>On my birthday, not only have I been congratulated by my friends and family, but also by some companies. This is fine, because birthday celebration is a good occasion to reconnect with your customer, remind him/her about your brand/ products / services. However, companies should be careful with the way they approach “customer’s birthday”, so they don’t diminish their “capital sympatie”. Below find my experience as a customer on the occasion of my birthday:
– Yves Rocher: on second day after my birthday I was phone up by a woman from Yves Rocher (the so-called “natural” cosmetics company). The reason of the call was to congratulate me for my birthday. Until here, everything fine. Than I was asked how I felt about my birthday. To be honest, this question sounded really stupidly. How did I feel? Well, as any person that celebrated his/her birthday. The next thing after “congratulations” and “how do you feel now that you got older” was “we want to offer you a present”. Only that the present was not a true present but just a 50% discount on all their cosmetics. I said “just a 50% discount” because last time Yves Rocher called me, was also to inform me that they had 50% discount on all their products. Therefore, now, having again 50% discount wasn’t a big thing for me, it was just normal. To continue, after informing me about their great deal they had, I was asked what products I needed. As I was at work and my mind wasn’t really on ordering Yves Rocher products I replied candidly “Nothing. I still have your products from my last order”. Following on from my honest answer, the Yves Rocher woman mumbled something and hang up exactly when I was preparing to ask whether this offer was available on their website also and if I could order products on their website using these benefits. The result of this action? Disappointing. Although I like most of Yves Rocher products, as the YR representative hung up on my, I got angry, I felt deceived and was less likely to order products any time soon. If the woman on the phone had waited a bit and asked me other questions, she could have taken advantage of my interest and sympathy for the Yves Rocher products. I was at that time ready to go to Yves Rocher website with the intention to buy something. But instead I felt that Yves Rocher couldn’t care less about my birthday and as I am quite emotional, I will not buy anything from them anytime soon. In conclusion, bad Yves Rocher!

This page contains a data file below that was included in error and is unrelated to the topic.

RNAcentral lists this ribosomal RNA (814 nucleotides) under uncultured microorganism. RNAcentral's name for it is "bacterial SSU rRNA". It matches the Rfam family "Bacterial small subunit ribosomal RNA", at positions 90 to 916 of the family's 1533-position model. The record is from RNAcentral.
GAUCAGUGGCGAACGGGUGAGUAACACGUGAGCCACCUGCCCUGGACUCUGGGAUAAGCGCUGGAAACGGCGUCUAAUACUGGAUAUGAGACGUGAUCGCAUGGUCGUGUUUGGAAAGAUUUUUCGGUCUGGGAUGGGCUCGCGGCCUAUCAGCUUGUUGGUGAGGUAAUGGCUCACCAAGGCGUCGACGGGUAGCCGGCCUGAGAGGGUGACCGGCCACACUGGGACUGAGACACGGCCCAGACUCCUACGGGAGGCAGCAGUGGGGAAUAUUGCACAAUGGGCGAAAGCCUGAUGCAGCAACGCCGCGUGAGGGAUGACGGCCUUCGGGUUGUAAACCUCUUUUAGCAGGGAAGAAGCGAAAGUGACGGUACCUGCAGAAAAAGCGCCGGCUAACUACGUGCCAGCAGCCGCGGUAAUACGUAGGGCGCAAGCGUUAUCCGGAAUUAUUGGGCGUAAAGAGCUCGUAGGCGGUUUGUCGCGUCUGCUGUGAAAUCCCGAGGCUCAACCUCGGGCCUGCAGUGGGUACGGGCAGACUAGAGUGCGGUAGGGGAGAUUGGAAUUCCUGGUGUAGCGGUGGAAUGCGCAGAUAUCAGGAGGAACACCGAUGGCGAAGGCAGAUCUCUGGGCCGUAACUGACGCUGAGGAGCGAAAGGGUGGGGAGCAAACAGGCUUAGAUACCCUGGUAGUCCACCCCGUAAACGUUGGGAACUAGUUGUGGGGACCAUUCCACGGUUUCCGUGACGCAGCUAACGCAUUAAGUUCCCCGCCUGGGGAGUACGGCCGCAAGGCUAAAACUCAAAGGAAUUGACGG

– References.be: Also on the occasion on my birthday, References.be, the francophone job portal, sent me an email to congratulate me for this event. The email contained a visual showing some wrapped presents being offered by somebody. So, instantly, I thought of receiving presents. It was my birthday after all! Only that the text inside was just about me being congratulated, bottom line- “Happy birthday”. Of course, the email contained also some links to job search pages, but for some reason, I felt that their action was too faded. It didn’t invite me to take any action. It didn’t really take advantage of the occasion and propose me something or to suggest something of my interest. On the other way, I didn’t feel frustrated either, as I did with Yves Rocher representative. Result of the action: neutral. It reminded me about References.be (as I wasn’t reminded of References.be daily, via their job newsletter, that in most of the case is not relevant for my profile, despite the “job search agent created”. But this is another story).